The Big Ten conference is no stranger to strong quarterback play and even with two of the conference’s most storied programs in Ohio State and Michigan having to break in a new starter this season, we’ve seen more strong quarterbacking from Big Ten teams this fall.
At Pro Football Focus, we grade every single player on every single play of every single game and with our grading process, have a true depiction based on our 0-100 grades of just how well a quarterback (and every other position) performs in a given game or season. Our various advanced, signature statistics help portray the subtle nuances of our grades, but our grades themselves are unrivaled. Taking into account many factors including passing grades and rushing grades, the PFF grade assigned to a quarterback at the college level is very much the same as at the NFL level, where all 32 NFL teams have seen the inherent value in PFF’s play-by-play grading.
This Big Ten QB Breakdown is brought to you by Eckrich, the Official Smoked Sausage of the College Football Playoff.
With that in mind and the process in which we grade players in hand, the culmination of Week 6 of the 2018 college football season seemed like the best time to educate the masses on just how the Big Ten quarterbacks have fared this year. It’s also important to know that the overall season grades are not just an average of each quarterback’s game grades, rather an aggregate score based upon every play played to date.
There is still a lot of football to be played but as we reach the halfway mark for most teams, here is how the Big Ten quarterbacks stack up against one another.
Alex Hornibrook leads all Big Ten quarterbacks in overall season grade as he has been the example of quarterback play seemingly game in and game out. Despite the lone blemish on his record against BYU, Hornibrook has put together three game grades over 90.0 and even in the loss to the Cougars, was subjected to four dropped passes by his receivers, nearly half of his season total (9) to date.
He takes what the defense gives him and throws to the spot where only his receivers can bring in the ball repeatedly. In fact, 54.6% of his passes are targeted past the line to gain, the second-highest figure in the Big Ten and only 35.3% of his passing yards have come after the catch, which is the second-lowest percentage.
Hornibrook may not ‘wow’ you at quarterback, but he also won’t put the ball in harm’s way very often either. He has just three turnover-worthy plays all season long and still averages a depth of target of 10.9 yards past the line of scrimmage, good enough for third-highest in the conference.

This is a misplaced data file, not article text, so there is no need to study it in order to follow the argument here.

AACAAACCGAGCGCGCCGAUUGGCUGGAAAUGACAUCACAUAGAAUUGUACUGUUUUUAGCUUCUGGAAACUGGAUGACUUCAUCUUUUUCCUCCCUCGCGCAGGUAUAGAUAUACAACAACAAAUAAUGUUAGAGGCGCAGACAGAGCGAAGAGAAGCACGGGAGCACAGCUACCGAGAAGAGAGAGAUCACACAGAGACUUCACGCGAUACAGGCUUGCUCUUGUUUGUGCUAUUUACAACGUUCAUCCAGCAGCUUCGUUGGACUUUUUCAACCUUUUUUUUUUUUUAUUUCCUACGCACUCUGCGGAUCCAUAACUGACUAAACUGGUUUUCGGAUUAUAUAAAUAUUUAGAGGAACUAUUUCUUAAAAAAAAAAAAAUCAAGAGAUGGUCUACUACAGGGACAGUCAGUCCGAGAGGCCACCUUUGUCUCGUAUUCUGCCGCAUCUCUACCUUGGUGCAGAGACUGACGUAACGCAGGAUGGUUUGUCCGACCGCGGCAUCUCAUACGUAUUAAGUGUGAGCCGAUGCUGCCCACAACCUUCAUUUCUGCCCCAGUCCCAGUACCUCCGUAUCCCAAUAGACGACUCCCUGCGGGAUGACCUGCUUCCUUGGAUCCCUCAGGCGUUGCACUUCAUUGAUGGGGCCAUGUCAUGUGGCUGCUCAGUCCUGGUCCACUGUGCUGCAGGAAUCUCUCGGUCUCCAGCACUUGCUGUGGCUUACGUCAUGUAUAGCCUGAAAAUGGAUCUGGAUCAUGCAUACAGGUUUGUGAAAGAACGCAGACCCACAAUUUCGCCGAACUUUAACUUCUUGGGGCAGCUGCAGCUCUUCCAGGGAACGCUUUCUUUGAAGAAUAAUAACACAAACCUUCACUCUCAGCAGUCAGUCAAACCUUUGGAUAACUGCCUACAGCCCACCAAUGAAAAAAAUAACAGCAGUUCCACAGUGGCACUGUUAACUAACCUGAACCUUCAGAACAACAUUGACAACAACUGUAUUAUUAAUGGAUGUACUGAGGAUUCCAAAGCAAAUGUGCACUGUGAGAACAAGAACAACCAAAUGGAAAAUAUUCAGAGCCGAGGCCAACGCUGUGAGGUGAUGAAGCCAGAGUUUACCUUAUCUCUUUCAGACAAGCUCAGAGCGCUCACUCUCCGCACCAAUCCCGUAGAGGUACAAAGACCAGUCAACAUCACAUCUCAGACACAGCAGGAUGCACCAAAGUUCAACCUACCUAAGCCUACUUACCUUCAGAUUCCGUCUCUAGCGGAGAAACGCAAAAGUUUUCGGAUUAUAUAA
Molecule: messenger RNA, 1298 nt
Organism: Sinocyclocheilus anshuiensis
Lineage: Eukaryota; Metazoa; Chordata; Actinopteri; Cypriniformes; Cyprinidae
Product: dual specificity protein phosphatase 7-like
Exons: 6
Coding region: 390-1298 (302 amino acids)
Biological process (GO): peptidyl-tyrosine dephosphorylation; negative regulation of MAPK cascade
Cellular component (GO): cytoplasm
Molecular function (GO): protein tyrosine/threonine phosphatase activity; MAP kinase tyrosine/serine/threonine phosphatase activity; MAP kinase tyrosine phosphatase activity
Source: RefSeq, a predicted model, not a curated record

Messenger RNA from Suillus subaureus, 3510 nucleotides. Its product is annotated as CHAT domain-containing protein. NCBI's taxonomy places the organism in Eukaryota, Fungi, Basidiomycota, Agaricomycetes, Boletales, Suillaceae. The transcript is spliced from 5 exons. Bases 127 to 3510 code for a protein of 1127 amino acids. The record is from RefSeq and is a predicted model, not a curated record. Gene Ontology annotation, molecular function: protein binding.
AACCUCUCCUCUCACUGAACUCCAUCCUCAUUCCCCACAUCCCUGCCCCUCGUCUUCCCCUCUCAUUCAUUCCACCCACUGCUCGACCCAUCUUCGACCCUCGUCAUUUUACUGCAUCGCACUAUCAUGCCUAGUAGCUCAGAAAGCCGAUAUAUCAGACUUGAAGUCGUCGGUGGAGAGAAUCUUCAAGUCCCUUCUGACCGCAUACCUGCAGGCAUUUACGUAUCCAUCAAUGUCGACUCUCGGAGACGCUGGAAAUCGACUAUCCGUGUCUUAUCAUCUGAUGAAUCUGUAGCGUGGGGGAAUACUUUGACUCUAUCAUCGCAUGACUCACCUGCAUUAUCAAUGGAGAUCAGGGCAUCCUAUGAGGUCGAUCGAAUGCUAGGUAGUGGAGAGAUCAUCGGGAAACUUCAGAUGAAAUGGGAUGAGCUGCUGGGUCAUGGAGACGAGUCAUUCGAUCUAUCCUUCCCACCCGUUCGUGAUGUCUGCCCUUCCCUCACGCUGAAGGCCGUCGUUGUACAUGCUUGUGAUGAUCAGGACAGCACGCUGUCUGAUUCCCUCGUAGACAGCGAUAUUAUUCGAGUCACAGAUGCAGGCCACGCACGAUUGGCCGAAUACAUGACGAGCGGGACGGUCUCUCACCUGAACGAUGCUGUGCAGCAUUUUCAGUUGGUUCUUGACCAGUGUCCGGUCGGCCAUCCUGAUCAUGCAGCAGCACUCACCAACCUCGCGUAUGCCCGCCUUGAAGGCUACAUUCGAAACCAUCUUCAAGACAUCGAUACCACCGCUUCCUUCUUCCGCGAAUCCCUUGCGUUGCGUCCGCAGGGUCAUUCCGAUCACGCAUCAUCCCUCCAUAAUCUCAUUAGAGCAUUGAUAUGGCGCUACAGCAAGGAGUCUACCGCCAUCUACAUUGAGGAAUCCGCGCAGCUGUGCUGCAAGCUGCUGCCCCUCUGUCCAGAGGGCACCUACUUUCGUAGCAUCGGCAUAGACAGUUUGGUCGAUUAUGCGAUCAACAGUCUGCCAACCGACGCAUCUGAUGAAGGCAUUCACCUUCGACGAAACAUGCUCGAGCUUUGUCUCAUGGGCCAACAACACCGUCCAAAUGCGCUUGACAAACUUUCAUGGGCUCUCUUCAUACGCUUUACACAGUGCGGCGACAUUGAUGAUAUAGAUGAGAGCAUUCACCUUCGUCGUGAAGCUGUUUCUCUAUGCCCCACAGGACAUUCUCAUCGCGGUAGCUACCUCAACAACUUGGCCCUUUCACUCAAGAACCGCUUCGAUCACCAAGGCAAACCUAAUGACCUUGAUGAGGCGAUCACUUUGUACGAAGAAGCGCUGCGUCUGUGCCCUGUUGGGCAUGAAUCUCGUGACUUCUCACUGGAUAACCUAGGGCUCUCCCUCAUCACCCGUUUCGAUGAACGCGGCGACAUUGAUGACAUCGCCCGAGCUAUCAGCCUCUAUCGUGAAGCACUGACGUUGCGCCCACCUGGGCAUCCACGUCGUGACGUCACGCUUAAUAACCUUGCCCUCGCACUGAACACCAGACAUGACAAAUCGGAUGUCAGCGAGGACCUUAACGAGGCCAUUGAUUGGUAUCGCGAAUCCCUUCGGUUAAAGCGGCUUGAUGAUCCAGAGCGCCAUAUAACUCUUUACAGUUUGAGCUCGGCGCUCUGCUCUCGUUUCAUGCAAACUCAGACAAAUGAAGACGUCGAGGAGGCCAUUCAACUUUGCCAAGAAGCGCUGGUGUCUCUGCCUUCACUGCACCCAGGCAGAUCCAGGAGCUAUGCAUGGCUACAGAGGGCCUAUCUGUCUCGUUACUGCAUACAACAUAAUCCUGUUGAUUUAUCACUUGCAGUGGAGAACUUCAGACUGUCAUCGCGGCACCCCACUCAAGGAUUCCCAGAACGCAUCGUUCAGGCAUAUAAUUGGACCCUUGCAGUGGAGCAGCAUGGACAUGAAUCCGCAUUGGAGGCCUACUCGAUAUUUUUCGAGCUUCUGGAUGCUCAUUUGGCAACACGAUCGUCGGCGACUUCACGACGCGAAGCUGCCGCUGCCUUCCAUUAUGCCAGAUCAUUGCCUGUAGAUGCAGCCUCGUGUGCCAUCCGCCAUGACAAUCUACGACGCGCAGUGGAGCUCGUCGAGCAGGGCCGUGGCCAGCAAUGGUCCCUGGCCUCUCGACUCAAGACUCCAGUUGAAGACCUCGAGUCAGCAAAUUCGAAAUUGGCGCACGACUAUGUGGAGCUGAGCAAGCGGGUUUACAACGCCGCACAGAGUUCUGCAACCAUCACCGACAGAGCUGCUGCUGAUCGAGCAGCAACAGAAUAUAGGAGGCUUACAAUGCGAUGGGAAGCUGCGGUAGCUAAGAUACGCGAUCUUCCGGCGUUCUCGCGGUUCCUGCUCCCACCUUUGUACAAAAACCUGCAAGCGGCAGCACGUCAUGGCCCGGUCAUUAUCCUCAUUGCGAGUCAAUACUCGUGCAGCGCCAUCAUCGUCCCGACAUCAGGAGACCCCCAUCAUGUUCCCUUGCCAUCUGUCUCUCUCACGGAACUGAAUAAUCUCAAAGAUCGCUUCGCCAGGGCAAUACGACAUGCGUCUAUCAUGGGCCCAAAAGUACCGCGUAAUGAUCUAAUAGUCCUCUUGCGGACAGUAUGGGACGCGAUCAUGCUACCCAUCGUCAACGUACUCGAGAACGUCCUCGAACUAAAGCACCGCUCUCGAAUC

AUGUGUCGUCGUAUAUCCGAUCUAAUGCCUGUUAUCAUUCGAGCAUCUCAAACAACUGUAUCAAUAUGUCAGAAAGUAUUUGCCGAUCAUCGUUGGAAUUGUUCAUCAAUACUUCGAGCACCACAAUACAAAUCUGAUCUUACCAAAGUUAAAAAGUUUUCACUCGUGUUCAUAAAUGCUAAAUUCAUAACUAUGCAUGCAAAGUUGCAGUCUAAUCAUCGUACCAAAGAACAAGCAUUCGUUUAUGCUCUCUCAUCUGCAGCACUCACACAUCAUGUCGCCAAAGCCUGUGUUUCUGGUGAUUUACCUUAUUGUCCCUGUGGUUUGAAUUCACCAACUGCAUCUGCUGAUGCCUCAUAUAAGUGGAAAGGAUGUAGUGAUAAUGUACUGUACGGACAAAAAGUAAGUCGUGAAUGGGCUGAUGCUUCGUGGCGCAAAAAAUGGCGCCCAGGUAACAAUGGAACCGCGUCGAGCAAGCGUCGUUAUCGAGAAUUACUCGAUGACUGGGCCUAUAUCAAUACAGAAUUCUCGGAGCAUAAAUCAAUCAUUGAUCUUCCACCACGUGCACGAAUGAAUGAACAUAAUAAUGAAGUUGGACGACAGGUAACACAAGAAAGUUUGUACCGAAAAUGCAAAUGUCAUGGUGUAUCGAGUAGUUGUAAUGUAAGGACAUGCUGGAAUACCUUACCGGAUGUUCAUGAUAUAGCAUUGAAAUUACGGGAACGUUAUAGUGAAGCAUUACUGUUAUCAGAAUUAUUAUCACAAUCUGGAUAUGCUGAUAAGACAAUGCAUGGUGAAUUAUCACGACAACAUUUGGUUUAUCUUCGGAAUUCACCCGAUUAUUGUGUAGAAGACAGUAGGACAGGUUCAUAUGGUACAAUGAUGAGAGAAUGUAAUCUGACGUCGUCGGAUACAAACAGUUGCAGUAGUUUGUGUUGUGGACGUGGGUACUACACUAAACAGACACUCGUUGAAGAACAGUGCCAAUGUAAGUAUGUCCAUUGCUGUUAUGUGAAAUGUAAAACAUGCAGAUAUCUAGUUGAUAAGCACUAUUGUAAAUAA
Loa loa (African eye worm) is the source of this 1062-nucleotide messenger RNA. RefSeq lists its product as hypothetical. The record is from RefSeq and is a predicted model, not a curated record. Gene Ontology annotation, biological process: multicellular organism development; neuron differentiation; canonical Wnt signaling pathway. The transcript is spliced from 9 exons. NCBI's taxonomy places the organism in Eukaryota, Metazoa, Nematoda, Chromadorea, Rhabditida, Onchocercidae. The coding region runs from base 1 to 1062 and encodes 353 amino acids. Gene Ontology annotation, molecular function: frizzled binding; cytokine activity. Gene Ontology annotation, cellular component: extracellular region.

Noticeably on this list above, Ohio State QB Dwayne Haskins averages a depth of target of just 7.9 yards past the line of scrimmage, the second-lowest in the conference. This, of course, has led to the fact that 54.8% of his passing yards have come after the catch this season. Of all 14 Big Ten quarterbacks with at least 90 dropbacks in 2018, Haskins has targeted passes short of the first-down markers the most, throwing a pass short of the line to gain on 61.6% of his passes.
Obviously, Haskins’ 25 touchdowns lead the conference as the next closest, Peyton Ramsey, only has 11, but Haskins’ supporting cast has been doing a large amount of the work for him, a larger amount than most in the conference. He has only nine big-time throws despite his large number of touchdowns (big-time throws are the highest-graded throws in the PFF grading system). Not every touchdown throw is the same and not every touchdown throw is going to move the needle, that’s where PFF grades differ from the standard efficiency ratings or the QBR so commonly attached to college quarterbacks. In the same fashion, not all interceptions are the same and not all interceptions are the quarterback’s fault. PFF grades take into consideration only what an individual player can control and doesn’t give extra credit for another player putting forth an outstanding effort and coincidentally, doesn’t fault a player for someone else’s mistake.
A pass targeted three yards past the line of scrimmage that a receiver takes 70 yards for a touchdown is not going to spike the quarterback’s grade, rather you will see an increase in the receiver’s grade. A pass that bounces off a receiver’s hands into the arms of a defender, doesn’t get negatively attributed to the quarterback, rather it hurts the receiver’s grade. Those passes that every college quarterback should be able to make will also not move the proverbial needle and that seems to be the case with the Ohio State offensive scheme.